PULLMAN, Wash. — In just five years the number of minority students attending Washington State University has increased from 1,800 to more than 2,700.

In large part, this is due to WSU’s team approach to recruit students of color. WSU has worked hard to establish partnerships with businesses, elementary, middle and senior high schools, and community colleges and technical schools.

The Washington State Office of Public Instruction (OSPI) recognized WSU for its model to recruit and retain students of color. WSU’s program was acknowledged for its early outreach program and its utilization of the student’s support network. OSPI also recognized the university’s program is easily adaptable to other schools.

Dr. Terry Bergeson, superintendent of Public Instruction, said WSU recognizes the value of a diverse student body and the richness it can add to higher education. The university should be congratulated on its efforts, she said.

Milton Lang, the special assistant to the president at WSU, said, “You need to have an institutional commitment and a message that goes out to the community at large that diversity is something that’s needed and is a part of the fabric of the institution.”

Since WSU has been successful with its recruitment and retention efforts, OSPI has funded the production of a videotape and booklet that will serve as a training tool for other Washington state educational institutions. Dr. Andrew Griffin, assistant superintendent for Higher Education and Community Outreach at OSPI, facilitated the project.

Griffin funded the WSU production of an 18-minute video and booklet titled “Effective Strategies to Recruit and Retain Students of Color” with the help of the Department of Education Title II Teacher Quality Enhancement Project.

WSU also employs a five-step plan to recruit students of color. Recruiters go as far as western Montana, and throughout Washington, north Idaho and northern Oregon.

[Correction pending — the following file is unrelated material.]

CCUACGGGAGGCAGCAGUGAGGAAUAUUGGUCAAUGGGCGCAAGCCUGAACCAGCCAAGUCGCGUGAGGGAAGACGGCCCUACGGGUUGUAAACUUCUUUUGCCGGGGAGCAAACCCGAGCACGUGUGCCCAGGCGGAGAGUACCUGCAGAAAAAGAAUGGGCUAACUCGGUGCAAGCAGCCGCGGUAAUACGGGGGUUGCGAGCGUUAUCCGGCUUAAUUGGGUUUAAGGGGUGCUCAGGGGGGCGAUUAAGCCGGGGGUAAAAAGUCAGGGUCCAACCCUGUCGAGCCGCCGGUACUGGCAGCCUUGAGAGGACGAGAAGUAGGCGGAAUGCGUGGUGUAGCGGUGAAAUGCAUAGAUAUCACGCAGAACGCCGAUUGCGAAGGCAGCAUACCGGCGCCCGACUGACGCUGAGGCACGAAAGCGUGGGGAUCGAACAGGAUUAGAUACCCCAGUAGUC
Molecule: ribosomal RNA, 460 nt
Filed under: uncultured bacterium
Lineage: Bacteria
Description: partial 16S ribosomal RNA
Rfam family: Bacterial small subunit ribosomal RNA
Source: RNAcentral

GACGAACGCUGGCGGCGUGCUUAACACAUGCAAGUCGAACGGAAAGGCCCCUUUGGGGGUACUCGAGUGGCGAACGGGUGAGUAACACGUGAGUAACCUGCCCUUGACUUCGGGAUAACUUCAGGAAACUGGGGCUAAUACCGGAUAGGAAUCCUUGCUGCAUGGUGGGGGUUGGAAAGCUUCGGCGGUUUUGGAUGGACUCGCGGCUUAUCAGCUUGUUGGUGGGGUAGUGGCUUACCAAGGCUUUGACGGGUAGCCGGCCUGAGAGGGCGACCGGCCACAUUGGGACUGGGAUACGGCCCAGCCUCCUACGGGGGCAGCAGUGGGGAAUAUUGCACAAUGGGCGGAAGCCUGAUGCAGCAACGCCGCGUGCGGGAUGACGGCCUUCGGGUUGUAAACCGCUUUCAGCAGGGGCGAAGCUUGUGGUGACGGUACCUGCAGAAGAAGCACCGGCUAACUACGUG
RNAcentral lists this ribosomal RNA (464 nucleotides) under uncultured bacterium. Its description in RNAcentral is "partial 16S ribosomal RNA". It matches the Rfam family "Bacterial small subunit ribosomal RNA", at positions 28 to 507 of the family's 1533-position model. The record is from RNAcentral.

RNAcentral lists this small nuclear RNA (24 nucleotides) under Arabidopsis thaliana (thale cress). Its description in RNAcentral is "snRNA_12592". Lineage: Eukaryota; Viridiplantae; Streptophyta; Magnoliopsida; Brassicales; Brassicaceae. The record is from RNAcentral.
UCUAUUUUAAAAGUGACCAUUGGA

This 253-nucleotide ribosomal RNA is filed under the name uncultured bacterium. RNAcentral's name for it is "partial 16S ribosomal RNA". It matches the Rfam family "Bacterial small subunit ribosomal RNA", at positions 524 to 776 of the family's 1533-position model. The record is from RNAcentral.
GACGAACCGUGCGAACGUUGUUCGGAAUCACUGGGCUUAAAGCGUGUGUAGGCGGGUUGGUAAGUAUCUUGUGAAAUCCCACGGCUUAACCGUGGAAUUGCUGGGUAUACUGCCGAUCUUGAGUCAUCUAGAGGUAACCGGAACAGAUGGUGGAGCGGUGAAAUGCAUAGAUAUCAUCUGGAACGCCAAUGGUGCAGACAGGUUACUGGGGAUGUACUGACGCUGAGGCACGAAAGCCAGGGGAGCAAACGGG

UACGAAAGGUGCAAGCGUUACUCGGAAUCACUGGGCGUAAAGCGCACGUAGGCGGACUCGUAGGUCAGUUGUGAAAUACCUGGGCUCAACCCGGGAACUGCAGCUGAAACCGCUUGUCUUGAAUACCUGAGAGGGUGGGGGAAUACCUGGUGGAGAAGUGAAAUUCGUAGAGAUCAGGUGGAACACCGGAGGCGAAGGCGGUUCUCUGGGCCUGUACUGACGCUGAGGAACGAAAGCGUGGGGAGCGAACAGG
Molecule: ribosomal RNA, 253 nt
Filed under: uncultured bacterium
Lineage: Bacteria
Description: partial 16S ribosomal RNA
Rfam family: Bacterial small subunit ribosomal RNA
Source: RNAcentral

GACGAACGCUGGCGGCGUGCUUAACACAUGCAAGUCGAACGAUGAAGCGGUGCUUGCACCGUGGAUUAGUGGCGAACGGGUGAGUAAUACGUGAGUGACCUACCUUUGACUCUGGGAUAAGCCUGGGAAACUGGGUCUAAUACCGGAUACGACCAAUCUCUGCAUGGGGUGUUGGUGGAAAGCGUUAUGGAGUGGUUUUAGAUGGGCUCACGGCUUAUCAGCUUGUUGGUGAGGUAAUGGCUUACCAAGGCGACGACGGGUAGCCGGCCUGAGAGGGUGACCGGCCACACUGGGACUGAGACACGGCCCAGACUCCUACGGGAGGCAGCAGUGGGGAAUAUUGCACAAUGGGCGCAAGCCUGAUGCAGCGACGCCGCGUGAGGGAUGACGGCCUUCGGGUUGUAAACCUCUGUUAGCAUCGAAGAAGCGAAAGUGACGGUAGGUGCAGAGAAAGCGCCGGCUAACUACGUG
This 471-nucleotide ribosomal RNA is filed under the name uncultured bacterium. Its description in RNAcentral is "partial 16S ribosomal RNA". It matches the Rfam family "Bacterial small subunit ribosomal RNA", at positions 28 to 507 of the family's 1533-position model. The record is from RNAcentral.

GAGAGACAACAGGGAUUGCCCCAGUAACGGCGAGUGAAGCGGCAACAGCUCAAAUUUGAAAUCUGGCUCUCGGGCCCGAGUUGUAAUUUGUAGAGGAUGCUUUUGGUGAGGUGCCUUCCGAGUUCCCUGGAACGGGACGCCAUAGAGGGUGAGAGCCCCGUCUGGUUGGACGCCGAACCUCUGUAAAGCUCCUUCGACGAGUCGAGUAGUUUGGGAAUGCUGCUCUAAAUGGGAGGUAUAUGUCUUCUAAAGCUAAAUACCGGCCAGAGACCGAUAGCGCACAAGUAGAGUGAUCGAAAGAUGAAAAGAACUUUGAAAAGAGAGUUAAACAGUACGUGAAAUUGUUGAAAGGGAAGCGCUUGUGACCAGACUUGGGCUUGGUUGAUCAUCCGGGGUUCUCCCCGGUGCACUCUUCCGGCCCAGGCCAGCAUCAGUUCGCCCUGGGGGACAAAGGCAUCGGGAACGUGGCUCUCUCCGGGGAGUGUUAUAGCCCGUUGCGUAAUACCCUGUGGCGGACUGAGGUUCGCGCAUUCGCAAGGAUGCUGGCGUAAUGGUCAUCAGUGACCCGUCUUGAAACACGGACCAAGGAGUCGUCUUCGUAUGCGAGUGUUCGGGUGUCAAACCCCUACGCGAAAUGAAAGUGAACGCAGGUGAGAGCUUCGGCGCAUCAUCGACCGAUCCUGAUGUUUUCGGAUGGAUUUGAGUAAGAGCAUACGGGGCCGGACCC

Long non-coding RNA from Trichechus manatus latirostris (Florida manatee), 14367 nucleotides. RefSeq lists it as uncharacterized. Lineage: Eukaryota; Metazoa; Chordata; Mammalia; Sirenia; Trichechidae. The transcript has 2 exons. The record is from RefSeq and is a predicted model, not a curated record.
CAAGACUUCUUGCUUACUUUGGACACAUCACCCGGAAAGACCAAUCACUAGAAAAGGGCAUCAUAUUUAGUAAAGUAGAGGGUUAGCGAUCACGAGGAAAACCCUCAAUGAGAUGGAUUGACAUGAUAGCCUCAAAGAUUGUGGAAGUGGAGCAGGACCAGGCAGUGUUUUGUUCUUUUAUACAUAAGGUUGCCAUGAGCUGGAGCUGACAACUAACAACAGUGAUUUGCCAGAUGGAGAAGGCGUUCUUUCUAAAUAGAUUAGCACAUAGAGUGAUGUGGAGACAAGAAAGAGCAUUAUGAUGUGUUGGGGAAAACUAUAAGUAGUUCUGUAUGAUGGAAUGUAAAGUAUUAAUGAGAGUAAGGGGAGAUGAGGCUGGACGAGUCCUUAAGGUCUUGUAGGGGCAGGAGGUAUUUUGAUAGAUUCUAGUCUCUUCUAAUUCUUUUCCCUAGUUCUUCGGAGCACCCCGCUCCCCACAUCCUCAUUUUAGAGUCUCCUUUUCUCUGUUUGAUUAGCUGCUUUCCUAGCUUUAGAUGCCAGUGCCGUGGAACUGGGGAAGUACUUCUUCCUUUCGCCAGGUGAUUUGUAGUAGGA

The five steps include student recruiters, relationship building with students, effective programming, communication with the students’ support system and quality transitions.

To recruit students, WSU has programs in place in Seattle, Tacoma, Pasco, Goldendale and other Washington cities to motivate teen-agers to seek higher education through interactive workshops and classroom scenarios.

The university’s main goal is to expose students of color to options in higher education, said Herb Delaney, assistant director for Community Relations with WSU Multicultural Services. The university wants the students to go somewhere after high school, even if they decide not to attend WSU, he said.

Ted Howard, principal at Cleveland High School, said, “This is a godsend to have a college program come to our campus and actually talk with the students and give a career fair that’s covering the entire school.”

Bergeson said through these programs the university is able to attract a wide variety of students to campus who may not have otherwise pursued an advanced degree.

Howard said when the recruiters visit Cleveland High School, students who wouldn’t otherwise consider attending college begin to think it is a possibility for them.

Felicia E. Gaskins, WSU associate vice provost who supervised production of the video and booklet, said this is important because the United States’ fastest growing populations are minorities and immigrants.

“The United States has the best system of higher education in the world. However, we must educate all of the nation if we are to keep pace with rapidly changing needs of the country,” she said.

Once the university recruits the students, it aids in their transition to college and provides them with tools to succeed.

“To create a positive learning environment, the university has taken steps to ensure support systems are in place to not only attract students, but also keep them engaged in both campus life and academics,” Bergeson said.

The Office of Multi-cultural Student Services is at the center of WSU’s retention plan. It is comprised of four student-run ethnic centers, which include the Native American Center, the African American Center, the Chicano-Latino Center, and the Asian American and Pacific Islander Center, and an academic enrichment area. At the centers students are offered free tutoring, computer time and academic-related workshops.

More importantly, the centers create an atmosphere that serves as a “home away from home” for the students. Kyle Funakoshi, Asian American and Pacific Islander student counselor, said the community provides the comfort. “There’s an instant relationship that is born because a person is of that ancestry,” Funakoshi said. WSU also utilizes an effective student mentor program.

The retention efforts have proven effective. WSU has retained 60 percent of its Asian American and Pacific Islander students, which is above the national norm. (An update in late fall states the retention rate for first-time, full-time freshmen is now 75.9 percent)

Therefore, OSPI hopes other educational institutions can learn from WSU’s model. Griffin said its goal is to make sure every college campus uses these principles set forth by WSU.